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Proc Biol Sci. 2002 Oct 22;269(1505):2113-9.

Strong influences of larval diet history on subsequent post-settlement growth in the freshwater mollusc Dreissena polymorpha.

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Limnological Institute, University of Konstanz, 78434 Konstanz, Germany.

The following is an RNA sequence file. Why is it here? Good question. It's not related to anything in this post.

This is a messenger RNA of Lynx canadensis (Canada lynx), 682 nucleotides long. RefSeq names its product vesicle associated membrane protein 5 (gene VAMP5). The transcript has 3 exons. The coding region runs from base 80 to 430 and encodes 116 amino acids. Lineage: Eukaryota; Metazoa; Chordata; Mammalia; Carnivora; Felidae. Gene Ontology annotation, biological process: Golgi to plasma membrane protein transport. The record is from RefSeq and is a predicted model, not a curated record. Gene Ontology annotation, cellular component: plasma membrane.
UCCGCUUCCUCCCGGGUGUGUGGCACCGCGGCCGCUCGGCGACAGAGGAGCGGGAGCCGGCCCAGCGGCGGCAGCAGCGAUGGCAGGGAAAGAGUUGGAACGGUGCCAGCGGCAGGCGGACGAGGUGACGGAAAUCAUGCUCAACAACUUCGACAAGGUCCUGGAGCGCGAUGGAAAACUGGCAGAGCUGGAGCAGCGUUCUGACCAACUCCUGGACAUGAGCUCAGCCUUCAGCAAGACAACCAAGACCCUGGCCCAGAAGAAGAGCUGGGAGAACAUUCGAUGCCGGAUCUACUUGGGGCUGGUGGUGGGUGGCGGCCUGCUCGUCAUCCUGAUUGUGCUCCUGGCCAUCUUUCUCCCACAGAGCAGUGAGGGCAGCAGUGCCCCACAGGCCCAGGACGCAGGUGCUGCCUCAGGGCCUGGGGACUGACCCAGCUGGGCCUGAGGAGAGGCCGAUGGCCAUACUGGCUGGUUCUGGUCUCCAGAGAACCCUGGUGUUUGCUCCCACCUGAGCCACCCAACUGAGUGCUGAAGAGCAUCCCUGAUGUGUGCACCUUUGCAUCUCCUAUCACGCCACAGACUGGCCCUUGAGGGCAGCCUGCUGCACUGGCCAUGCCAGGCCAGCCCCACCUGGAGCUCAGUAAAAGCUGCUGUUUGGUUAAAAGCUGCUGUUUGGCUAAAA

A significant seasonal variation in size at settlement has been observed in newly settled larvae of Dreissena polymorpha in Lake Constance. Diet quality, which varies temporally and spatially in freshwater habitats, has been suggested as a significant factor influencing the life history and development of freshwater invertebrates. Accordingly, experiments were conducted with field-collected larvae to test the proposal that diet quality can determine planktonic larval growth rates, size at settlement and subsequent post-metamorphic growth rates. Larvae were fed one of two diets or starved. One diet was composed of cyanobacterial cells, which are deficient in polyunsaturated fatty acids (PUFAs) and the other was a mixed diet rich in PUFAs. Freshly metamorphosed animals from the starvation treatment had a carbon content per individual 70% lower than that of larvae fed the mixed diet. This apparent exhaustion of larval internal reserves resulted in a 50% reduction of the post-metamorphic growth rates. Growth was also reduced in animals previously fed the cyanobacterial diet. Hence, low food quantity or low food quality during the larval stage of D. polymorpha, lead to irreversible effects for post-metamorphic animals and are related to inferior competitive abilities.

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